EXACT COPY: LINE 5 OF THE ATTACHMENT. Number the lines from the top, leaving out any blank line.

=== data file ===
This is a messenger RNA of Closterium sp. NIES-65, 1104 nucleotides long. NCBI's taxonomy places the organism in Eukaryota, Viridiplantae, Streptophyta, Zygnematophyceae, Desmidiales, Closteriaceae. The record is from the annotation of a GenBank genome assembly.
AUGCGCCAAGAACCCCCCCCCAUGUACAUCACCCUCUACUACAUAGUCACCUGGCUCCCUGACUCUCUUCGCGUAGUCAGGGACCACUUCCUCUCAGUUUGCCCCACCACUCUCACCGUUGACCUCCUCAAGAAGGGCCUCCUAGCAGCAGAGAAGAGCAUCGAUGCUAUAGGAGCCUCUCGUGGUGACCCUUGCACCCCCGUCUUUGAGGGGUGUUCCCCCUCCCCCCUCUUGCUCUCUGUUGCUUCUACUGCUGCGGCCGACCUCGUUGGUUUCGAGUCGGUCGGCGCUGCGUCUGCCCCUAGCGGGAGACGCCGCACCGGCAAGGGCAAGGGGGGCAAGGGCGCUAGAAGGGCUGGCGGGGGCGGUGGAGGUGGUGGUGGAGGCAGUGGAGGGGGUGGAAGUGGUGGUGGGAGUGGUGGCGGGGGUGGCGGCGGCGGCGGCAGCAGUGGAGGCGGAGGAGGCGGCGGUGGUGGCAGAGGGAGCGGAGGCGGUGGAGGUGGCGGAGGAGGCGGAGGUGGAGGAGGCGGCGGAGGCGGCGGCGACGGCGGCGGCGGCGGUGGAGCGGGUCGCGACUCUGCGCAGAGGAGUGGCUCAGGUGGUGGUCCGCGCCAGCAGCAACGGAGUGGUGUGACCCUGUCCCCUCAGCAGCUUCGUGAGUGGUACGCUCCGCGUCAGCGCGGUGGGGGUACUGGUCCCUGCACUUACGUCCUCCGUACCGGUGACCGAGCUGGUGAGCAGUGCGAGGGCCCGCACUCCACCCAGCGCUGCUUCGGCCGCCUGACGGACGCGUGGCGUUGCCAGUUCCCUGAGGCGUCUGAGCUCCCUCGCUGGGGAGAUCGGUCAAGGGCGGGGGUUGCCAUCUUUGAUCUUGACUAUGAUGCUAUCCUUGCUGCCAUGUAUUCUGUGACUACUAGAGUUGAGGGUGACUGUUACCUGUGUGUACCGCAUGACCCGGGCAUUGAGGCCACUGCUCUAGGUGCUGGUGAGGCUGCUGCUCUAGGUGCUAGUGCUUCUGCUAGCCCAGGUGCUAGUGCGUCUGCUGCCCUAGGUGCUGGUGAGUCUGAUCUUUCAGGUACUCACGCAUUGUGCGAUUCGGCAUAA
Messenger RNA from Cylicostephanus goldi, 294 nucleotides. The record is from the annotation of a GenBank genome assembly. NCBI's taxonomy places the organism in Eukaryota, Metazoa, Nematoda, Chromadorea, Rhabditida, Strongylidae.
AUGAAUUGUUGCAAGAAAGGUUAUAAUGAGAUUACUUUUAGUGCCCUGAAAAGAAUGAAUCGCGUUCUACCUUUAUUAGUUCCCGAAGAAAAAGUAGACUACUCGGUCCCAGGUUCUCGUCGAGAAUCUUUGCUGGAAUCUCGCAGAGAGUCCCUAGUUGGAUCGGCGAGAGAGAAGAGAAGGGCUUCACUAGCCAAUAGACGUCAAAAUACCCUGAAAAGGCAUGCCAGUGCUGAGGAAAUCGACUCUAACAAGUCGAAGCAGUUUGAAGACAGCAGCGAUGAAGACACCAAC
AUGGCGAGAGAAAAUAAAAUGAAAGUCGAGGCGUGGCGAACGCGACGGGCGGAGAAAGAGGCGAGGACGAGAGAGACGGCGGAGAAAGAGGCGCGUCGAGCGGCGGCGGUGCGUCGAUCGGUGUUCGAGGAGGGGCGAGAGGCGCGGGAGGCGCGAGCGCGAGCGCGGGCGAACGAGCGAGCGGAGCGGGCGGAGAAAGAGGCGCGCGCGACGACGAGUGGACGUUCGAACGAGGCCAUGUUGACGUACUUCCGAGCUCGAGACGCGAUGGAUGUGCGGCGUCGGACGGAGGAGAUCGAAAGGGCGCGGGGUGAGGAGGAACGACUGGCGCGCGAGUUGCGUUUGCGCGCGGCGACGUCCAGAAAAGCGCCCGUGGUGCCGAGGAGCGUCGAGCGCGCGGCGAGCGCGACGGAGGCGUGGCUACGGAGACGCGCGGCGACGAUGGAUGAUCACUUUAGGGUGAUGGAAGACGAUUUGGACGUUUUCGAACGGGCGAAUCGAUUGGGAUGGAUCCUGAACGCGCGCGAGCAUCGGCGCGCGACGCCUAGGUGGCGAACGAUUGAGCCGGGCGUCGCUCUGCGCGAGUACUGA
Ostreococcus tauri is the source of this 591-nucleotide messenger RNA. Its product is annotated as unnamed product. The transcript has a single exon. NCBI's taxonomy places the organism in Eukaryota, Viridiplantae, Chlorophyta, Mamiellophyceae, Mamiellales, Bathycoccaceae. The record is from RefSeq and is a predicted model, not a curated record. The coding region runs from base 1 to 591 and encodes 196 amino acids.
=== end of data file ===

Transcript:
AUGGCGAGAGAAAAUAAAAUGAAAGUCGAGGCGUGGCGAACGCGACGGGCGGAGAAAGAGGCGAGGACGAGAGAGACGGCGGAGAAAGAGGCGCGUCGAGCGGCGGCGGUGCGUCGAUCGGUGUUCGAGGAGGGGCGAGAGGCGCGGGAGGCGCGAGCGCGAGCGCGGGCGAACGAGCGAGCGGAGCGGGCGGAGAAAGAGGCGCGCGCGACGACGAGUGGACGUUCGAACGAGGCCAUGUUGACGUACUUCCGAGCUCGAGACGCGAUGGAUGUGCGGCGUCGGACGGAGGAGAUCGAAAGGGCGCGGGGUGAGGAGGAACGACUGGCGCGCGAGUUGCGUUUGCGCGCGGCGACGUCCAGAAAAGCGCCCGUGGUGCCGAGGAGCGUCGAGCGCGCGGCGAGCGCGACGGAGGCGUGGCUACGGAGACGCGCGGCGACGAUGGAUGAUCACUUUAGGGUGAUGGAAGACGAUUUGGACGUUUUCGAACGGGCGAAUCGAUUGGGAUGGAUCCUGAACGCGCGCGAGCAUCGGCGCGCGACGCCUAGGUGGCGAACGAUUGAGCCGGGCGUCGCUCUGCGCGAGUACUGA